Apple says Epic Games wanted a 'special deal' for Fortnite in new filing
What you need to know
- Apple has formally responded to Epic's request for a restraining order.
- The order asks for Fortnite to remain on the App Store while the lawsuit is ongoing.
- Apple says that Epic Games CEO Tim Sweeney asked for a "special deal" for Fortnite.
Apple has responded to Epic Games' lawsuit against its App Store policies.
Reported by CNBC, the company has told the court that Epic Games violated its App Store rules and should not be allowed back in the store while the legal battle between the two companies continues.
According to the filing, Apple says that Epic Games and its CEO Tim Sweeney had looked for specialized treatment in the store, something that would put a hole in Epic's argument that the company is fighting for equality for all developers on the platform. Phil Schiller, who runs the App Store for Apple, says that Epic Games CEO Tim Sweeney sent him a letter directly asking for such a deal.
Schiller went on to say that the request specifically focused on Epic's ability to bypass the App Store's in-app payment system and offer its own way of accepting payments in the game. Apparently, Sweeney emailed Schiller the morning that Fortnite began offering such a payment system, without Apple's permission, saying that the company "will no longer adhere to Apple's payment processing restrictions."
Epic had requested a temporary restraining order to put Fortnite back on the App Store until the lawsuit was over, saying that the app's removal from the store was an emergency to its business. Apple has responded saying that "the 'emergency' is entirely of Epic's own making." The hearing to decide on that restraining order is set for Monday.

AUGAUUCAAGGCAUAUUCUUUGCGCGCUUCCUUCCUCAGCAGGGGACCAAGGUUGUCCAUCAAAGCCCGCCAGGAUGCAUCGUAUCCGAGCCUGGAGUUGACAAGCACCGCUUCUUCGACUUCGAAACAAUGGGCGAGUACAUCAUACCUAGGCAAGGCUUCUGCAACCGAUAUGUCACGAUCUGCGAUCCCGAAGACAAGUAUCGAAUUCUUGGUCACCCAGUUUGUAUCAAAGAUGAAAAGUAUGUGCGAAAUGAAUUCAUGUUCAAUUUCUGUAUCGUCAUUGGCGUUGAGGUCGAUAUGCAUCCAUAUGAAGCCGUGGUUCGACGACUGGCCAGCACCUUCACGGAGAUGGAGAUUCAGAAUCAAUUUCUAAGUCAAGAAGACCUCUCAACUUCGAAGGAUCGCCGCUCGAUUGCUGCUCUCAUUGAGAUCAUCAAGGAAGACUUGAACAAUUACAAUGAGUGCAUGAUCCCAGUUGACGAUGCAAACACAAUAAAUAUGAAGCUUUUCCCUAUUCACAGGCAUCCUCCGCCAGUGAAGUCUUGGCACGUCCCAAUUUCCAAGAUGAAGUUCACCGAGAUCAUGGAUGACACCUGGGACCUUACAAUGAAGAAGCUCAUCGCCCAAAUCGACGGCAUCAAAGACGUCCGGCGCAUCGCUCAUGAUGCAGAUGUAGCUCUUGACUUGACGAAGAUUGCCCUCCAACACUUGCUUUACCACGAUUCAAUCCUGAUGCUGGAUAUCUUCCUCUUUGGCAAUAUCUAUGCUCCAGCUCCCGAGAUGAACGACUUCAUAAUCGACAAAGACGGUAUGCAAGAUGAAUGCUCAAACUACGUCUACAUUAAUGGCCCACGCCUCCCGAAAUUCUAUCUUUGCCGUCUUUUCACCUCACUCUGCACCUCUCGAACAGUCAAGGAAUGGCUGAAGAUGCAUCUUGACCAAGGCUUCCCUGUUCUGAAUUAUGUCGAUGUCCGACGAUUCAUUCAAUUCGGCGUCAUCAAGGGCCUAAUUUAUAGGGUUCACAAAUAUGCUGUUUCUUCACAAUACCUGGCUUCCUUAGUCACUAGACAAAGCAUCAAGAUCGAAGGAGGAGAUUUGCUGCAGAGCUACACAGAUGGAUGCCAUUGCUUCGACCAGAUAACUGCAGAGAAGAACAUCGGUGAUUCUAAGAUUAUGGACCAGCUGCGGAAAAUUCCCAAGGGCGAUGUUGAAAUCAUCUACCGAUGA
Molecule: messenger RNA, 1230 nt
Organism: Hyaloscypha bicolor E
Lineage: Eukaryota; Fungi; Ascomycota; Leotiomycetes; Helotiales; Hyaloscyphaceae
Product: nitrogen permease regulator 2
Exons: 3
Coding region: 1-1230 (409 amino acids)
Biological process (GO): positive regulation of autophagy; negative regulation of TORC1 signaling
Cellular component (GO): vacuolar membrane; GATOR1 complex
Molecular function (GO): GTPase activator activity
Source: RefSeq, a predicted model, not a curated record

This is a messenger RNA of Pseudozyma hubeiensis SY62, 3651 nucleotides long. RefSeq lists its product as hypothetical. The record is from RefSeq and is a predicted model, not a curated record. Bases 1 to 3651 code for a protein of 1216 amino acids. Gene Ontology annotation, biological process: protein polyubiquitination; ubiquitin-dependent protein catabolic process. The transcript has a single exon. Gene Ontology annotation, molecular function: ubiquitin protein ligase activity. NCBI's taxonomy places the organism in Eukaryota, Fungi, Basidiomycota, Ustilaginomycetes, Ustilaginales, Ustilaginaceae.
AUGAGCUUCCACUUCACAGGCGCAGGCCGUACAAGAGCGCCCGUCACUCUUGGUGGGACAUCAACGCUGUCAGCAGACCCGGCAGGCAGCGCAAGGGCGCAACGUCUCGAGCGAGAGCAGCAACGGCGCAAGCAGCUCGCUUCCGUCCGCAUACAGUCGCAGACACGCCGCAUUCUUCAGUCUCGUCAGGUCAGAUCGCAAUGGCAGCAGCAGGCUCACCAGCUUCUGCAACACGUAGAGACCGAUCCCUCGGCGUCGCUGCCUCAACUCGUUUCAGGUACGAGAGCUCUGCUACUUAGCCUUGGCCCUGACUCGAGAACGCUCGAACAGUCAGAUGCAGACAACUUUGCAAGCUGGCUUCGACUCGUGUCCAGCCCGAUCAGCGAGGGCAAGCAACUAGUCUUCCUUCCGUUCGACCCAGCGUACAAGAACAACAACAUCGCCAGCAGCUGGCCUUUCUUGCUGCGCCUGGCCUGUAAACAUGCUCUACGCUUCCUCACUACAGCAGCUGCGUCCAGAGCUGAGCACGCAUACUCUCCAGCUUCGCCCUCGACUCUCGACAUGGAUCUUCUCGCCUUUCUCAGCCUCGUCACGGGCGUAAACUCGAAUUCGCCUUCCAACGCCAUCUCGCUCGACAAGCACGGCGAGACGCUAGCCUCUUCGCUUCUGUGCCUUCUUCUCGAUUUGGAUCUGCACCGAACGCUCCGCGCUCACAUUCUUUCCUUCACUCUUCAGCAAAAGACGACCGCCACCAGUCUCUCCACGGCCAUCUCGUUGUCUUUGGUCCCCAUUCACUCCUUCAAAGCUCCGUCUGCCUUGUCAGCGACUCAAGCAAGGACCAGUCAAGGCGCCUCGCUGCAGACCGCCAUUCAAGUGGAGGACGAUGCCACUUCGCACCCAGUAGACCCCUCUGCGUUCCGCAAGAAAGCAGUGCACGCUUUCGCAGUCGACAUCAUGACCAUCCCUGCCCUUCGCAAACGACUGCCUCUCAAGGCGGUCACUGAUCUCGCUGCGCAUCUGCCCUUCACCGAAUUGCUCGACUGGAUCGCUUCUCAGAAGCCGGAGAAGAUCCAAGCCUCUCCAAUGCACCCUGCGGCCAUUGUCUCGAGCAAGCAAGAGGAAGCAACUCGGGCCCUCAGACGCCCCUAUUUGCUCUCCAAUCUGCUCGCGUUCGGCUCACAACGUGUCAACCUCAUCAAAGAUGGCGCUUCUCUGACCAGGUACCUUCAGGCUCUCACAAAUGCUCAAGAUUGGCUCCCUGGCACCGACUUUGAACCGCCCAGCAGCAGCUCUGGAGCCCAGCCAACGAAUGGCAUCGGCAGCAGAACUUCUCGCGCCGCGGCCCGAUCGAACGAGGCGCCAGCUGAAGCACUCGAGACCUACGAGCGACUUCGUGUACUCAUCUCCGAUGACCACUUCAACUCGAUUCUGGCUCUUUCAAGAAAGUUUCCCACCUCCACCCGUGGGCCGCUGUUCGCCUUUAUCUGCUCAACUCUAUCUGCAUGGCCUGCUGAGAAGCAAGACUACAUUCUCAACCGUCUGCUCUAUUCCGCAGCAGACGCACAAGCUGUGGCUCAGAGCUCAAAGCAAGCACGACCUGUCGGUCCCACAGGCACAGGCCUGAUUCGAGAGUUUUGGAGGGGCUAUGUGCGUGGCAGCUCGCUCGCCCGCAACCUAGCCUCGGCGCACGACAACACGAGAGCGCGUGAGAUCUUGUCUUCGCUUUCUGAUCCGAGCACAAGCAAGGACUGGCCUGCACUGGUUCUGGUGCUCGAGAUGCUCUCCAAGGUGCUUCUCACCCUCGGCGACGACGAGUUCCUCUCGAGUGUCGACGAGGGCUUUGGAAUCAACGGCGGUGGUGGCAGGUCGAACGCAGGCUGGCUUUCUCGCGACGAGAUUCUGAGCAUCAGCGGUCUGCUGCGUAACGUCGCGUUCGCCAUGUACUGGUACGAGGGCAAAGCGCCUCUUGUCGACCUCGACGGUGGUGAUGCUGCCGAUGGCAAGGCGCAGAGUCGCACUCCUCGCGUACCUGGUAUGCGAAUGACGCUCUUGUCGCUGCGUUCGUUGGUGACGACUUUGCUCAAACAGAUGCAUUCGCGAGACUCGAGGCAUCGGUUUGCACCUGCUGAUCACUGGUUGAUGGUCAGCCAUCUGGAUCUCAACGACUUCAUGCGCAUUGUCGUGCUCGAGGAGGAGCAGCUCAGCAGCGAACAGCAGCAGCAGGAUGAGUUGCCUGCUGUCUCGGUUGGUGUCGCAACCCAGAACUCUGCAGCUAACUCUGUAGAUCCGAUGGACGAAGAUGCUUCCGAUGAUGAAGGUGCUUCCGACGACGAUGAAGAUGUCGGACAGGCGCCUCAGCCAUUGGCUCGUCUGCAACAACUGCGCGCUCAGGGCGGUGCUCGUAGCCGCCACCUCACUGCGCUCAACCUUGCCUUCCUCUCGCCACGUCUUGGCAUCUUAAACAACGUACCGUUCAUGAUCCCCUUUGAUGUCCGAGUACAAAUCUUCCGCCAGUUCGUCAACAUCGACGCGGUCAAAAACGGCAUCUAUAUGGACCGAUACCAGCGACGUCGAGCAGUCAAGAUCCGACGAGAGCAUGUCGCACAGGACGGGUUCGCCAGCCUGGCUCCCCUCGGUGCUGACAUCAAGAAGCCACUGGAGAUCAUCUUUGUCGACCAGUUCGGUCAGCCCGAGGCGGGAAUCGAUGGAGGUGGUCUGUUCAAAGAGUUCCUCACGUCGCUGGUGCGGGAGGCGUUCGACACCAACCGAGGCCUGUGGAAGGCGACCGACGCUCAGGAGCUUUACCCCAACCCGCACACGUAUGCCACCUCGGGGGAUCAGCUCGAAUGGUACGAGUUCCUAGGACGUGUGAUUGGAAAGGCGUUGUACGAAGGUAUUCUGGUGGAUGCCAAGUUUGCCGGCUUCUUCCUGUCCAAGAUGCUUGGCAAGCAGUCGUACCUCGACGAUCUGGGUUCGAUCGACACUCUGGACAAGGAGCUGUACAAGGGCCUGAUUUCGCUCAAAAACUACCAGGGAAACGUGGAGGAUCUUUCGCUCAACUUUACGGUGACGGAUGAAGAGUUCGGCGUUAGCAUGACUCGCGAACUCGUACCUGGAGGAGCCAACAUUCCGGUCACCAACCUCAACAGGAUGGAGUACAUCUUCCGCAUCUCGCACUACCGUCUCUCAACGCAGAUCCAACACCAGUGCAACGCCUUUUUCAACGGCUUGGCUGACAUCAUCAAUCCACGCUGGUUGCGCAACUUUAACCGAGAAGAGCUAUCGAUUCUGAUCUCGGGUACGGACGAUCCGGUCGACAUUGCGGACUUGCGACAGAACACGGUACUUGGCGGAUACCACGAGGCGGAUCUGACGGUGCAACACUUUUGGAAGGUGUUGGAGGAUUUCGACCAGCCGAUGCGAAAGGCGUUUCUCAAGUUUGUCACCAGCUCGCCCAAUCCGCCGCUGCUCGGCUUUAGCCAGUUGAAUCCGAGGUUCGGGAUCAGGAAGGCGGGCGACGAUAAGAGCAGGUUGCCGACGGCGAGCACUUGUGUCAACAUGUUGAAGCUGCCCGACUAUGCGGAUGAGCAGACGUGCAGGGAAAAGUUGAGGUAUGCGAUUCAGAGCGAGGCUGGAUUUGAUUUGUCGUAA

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Joe Wituschek is a Contributor at iMore. With over ten years in the technology industry, one of them being at Apple, Joe now covers the company for the website. In addition to covering breaking news, Joe also writes editorials and reviews for a range of products. He fell in love with Apple products when he got an iPod nano for Christmas almost twenty years ago. Despite being considered a "heavy" user, he has always preferred the consumer-focused products like the MacBook Air, iPad mini, and iPhone 13 mini. He will fight to the death to keep a mini iPhone in the lineup. In his free time, Joe enjoys video games, movies, photography, running, and basically everything outdoors.
If Apple had App Store competition for iOS Apps, I as a consumer am protected. I would just get it from another store. Apple and Epic could continue to p*ss on each other. Anti-trust is designed to protect the consumer.